1st Circuit asked to stop hydropower corridor construction

The Micoua substation on the North Shore of Quebec. This facility converts 315 kV power coming from five hydro plant to 735 kV. This TransÉnergie facility is one of the main nodes of the 11,422-kilometre (7,097 mi) long 735 kV network. By Claude Boucher - Own work, CC BY 3.0, https://commons.wikimedia.org/w/index.php?curid=6225350

BOSTON (AP) — Opponents of a 145-mile electricity transmission corridor aimed at bringing Canadian hydropower to the New England grid are asking a federal appeals court to delay construction set to begin in January.

Denied a preliminary injunction by a federal judge last week in Maine, three conservation groups filed the new request late Wednesday with the 1st U.S. Circuit Court of Appeals in Boston.

They contend the federal judge’s ruling was too narrow and overlooked potential environmental harms. They asked for a ruling by Jan. 15.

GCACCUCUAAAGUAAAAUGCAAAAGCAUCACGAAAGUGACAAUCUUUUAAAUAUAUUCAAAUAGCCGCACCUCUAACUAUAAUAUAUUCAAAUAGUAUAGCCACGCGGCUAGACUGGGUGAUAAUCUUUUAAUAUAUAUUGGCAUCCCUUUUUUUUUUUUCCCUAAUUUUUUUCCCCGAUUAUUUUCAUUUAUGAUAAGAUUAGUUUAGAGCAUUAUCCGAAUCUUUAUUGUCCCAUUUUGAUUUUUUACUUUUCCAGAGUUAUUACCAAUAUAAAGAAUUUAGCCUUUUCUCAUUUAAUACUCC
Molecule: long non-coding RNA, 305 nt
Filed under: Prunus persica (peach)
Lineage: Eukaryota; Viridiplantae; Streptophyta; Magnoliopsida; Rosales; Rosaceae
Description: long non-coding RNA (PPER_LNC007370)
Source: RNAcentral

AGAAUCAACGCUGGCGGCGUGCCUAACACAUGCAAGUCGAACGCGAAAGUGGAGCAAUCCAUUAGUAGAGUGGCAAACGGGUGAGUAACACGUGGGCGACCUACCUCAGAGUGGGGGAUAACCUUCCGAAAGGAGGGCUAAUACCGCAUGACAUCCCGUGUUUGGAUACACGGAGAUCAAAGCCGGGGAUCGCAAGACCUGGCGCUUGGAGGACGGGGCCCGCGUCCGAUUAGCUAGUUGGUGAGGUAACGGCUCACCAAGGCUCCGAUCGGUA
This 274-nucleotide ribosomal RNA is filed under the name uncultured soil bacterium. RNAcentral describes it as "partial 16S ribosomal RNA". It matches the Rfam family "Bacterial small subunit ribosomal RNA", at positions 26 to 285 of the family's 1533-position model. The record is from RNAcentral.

“These harms are not imagined, speculative, or remote; there is no dispute that the cleared corridor and related infrastructure are permanent or at least of long duration,” their appeal said.

Thorn Dickinson, CEO and president of project developer NECEC LLC., called the 11th-hour legal maneuver a “desperate effort” and said workers intend to break ground “in the coming weeks.”

The Sierra Club, Appalachian Mountain Club and Natural Resources Council want the Army Corps of Engineers, which approved the project, to conduct a more rigorous environmental impact statement instead of the less-stringent environmental assessment.

The $1 billion New England Clean Energy Connect would provide a conduit for up to 1,200 megawatts of Canadian hydropower to reach the New England power grid. Much of the project would follow existing utility corridors but a new swath would be cut through 53 miles (85 kilometers) of wilderness.

Supporters say the project would reduce greenhouse emissions and stabilize energy costs in the region. Critics say that the benefits are overstated and that the project would destroy unspoiled wilderness.

The Army Corps gave its approval in November and the project previously received approval from the Maine Department of Environmental Protection, Maine Land Use Planning Commission and Maine Public Utilities Commission.

That leaves a “presidential permit” issued by the U.S. Department of Energy for the cross-border connection as the only hurdle.

No posts to display